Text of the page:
BY MICHAEL IORFINO
BENTON TWP. – Crouching alongside a baby blue micro car, 8-year-old Nathan Walker extended his arms and gripped an imaginary steering wheel – envisioning himself driving the 1957 Goggomobil coupe.
“I could probably drive it,” said Nathan, who lives in Dalton. “It’s the perfect size.”
Colorful hot rods and antique cars littered the Fleetville Volunteer Fire Company grounds on Sunday for the ninth annual Calli Memorial Car Show.
Hundreds of car enthusiasts snapped photos and traded stories, detailing their vehicle’s history and discussing renovation projects. Others snacked on appetizers and enjoyed live music.
Organized by Jeff and Vicki Walter, the annual car show began shortly after their 4-year-old daughter, Calli, died from leukemia.
The fundraiser sends about $5,000 of its proceeds to the Leukemia and Lymphoma Society.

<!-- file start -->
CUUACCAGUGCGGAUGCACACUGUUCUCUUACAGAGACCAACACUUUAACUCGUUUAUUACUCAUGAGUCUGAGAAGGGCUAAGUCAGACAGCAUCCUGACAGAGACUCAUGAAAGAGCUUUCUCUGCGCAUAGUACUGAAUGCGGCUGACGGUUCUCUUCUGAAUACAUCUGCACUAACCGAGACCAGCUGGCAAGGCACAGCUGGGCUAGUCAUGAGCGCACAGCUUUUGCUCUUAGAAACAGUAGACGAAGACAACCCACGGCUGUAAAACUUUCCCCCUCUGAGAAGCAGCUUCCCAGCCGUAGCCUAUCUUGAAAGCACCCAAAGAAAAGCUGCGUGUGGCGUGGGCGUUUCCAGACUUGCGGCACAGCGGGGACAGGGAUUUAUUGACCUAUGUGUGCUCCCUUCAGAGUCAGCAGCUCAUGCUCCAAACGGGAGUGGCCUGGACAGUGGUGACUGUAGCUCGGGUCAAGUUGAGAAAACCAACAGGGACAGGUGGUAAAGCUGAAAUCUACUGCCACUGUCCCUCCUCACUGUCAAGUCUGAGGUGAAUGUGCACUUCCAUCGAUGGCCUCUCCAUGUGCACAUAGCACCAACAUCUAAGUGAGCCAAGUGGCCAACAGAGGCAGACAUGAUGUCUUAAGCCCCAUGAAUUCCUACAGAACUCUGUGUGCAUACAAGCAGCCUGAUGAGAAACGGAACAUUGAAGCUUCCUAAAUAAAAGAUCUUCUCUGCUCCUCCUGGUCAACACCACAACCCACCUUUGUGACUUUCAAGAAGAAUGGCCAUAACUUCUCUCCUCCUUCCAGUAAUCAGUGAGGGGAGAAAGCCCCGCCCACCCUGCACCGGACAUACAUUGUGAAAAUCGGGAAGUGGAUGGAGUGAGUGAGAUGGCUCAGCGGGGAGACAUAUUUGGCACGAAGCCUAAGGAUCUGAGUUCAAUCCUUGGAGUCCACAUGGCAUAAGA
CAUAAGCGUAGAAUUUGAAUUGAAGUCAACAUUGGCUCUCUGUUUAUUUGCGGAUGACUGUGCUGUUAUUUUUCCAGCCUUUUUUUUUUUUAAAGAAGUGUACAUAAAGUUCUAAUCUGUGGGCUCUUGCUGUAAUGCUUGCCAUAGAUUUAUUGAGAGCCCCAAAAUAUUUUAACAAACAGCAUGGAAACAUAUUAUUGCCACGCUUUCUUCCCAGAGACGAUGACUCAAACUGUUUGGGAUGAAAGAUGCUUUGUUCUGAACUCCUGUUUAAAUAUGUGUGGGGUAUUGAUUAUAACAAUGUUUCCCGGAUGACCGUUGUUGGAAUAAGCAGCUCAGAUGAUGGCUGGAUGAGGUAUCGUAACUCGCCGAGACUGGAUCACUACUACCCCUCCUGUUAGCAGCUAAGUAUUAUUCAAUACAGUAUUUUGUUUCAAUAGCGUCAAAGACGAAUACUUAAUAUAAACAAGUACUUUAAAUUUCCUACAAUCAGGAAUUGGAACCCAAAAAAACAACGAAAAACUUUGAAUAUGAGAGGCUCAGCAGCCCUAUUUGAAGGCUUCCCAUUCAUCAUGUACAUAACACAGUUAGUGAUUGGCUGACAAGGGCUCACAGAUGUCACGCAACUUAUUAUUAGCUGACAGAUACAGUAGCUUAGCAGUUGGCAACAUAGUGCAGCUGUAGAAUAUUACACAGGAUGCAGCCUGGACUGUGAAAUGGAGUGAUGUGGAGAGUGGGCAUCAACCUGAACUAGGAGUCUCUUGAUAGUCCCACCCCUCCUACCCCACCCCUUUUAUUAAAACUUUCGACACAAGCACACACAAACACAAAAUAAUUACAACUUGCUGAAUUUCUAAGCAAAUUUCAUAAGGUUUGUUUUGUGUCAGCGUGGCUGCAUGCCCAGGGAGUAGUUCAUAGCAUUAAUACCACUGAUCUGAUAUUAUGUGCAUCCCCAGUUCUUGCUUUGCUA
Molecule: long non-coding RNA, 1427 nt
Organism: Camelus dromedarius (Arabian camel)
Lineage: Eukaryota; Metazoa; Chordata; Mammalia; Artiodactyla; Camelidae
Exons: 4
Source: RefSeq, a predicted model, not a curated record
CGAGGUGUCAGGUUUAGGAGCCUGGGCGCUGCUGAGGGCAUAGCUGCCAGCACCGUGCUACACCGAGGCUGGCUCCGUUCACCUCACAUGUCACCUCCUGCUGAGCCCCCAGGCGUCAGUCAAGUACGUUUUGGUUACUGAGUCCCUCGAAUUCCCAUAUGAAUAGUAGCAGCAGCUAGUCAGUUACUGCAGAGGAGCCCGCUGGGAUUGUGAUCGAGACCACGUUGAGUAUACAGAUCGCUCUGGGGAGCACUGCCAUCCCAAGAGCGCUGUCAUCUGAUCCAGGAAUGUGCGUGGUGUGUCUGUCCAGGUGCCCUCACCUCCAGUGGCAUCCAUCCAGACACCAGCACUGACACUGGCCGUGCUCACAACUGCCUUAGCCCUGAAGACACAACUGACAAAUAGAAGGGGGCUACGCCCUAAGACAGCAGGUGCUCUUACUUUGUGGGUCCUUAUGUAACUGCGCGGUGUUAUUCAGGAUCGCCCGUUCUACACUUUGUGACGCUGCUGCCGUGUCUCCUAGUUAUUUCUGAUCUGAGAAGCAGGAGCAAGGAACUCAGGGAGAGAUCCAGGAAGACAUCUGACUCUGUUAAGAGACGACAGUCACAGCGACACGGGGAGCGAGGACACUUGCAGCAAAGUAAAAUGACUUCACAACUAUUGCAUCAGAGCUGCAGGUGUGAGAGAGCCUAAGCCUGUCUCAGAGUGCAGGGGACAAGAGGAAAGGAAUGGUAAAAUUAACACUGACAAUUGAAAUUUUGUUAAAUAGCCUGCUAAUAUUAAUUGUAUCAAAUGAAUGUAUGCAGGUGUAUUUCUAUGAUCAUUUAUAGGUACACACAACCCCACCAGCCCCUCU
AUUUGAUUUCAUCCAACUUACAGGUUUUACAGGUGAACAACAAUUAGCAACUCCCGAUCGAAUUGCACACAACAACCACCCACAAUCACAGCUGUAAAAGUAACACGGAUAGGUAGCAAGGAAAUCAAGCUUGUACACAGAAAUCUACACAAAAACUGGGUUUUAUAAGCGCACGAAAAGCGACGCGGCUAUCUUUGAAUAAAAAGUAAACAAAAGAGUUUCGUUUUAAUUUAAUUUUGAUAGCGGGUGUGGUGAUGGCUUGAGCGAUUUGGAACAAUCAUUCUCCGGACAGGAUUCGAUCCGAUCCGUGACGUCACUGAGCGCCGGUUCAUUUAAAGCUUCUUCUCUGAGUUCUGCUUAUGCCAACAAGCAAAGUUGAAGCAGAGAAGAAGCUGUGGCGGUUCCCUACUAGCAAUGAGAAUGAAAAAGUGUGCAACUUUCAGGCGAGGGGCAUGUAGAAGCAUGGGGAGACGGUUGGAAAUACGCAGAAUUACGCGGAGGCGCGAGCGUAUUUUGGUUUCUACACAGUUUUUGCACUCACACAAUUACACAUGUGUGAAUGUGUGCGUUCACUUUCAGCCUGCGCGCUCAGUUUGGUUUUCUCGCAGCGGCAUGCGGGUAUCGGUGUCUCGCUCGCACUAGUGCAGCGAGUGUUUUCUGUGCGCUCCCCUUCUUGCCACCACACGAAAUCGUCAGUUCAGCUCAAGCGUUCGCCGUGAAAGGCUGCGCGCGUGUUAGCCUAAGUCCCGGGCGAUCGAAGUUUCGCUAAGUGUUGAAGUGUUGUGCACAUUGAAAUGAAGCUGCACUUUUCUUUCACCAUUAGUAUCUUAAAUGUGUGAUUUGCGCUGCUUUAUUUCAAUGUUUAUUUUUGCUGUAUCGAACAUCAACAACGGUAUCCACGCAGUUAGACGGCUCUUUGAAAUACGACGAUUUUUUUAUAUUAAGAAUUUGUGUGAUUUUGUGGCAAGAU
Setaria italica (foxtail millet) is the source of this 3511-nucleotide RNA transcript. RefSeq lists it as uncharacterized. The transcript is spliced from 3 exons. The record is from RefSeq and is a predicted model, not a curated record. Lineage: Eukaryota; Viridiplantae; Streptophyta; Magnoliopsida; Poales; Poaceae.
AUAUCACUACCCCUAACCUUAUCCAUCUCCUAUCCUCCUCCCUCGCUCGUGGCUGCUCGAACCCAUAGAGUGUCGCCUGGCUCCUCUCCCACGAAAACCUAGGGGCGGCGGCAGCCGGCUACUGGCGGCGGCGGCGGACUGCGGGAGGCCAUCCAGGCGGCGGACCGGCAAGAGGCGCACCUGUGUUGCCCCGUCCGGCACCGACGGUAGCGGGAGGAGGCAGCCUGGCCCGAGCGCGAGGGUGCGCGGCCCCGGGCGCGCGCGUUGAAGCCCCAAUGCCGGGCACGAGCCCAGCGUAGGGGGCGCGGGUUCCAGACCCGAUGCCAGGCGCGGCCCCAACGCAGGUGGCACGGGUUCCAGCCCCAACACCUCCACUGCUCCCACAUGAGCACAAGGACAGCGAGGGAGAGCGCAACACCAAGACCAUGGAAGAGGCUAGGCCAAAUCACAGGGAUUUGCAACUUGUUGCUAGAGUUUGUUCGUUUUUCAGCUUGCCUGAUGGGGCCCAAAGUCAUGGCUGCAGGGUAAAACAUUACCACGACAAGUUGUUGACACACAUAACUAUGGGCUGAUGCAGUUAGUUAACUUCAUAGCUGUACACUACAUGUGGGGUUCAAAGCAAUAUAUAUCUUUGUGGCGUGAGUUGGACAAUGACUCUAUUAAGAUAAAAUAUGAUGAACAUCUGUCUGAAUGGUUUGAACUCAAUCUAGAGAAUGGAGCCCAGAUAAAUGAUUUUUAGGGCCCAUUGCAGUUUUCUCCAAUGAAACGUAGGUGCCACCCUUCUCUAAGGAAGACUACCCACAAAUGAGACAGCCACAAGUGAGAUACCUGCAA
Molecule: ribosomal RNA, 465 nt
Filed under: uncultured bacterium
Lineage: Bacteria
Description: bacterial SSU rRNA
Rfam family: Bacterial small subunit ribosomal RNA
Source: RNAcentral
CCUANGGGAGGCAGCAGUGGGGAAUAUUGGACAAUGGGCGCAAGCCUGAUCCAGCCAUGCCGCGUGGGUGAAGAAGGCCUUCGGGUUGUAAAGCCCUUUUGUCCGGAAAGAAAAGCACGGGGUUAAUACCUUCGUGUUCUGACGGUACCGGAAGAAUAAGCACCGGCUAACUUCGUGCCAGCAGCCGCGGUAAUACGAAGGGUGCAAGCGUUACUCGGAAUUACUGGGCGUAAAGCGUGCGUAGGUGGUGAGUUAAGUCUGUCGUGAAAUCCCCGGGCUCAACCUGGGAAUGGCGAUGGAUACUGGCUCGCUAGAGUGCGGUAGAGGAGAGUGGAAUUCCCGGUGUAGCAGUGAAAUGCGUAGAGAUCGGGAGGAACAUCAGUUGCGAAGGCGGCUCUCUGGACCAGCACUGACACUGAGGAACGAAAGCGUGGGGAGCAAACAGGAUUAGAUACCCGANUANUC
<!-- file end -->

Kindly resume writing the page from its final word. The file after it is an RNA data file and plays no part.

“Every year it keeps growing,” said Ms. Walter as she surveyed the dozens of cars parked on the lawn. “A lot depends on the weather, but this community has been so supportive.”
Seated next to his family’s refurbished golf cart, 12-year-old Michael Seechock ran his fingers along the flames painted over the cart’s blue coating.
He drives the cart around his Dalton neighborhood and recently convinced his father to enter it into the car show, Michael said.
“I know it’s going to win, because it’s so creative,” he said. “I haven’t seen another one of these anywhere.”
IN PHOTO: Car collector John Lee, 71, of Tunkhannock, proudly stands next to his 1969 King Midget car during Sunday’s car show. Only 5,000 of the vehicles were made. TIMES-SHAMROCK PHOTO/BUTCH COMEGYS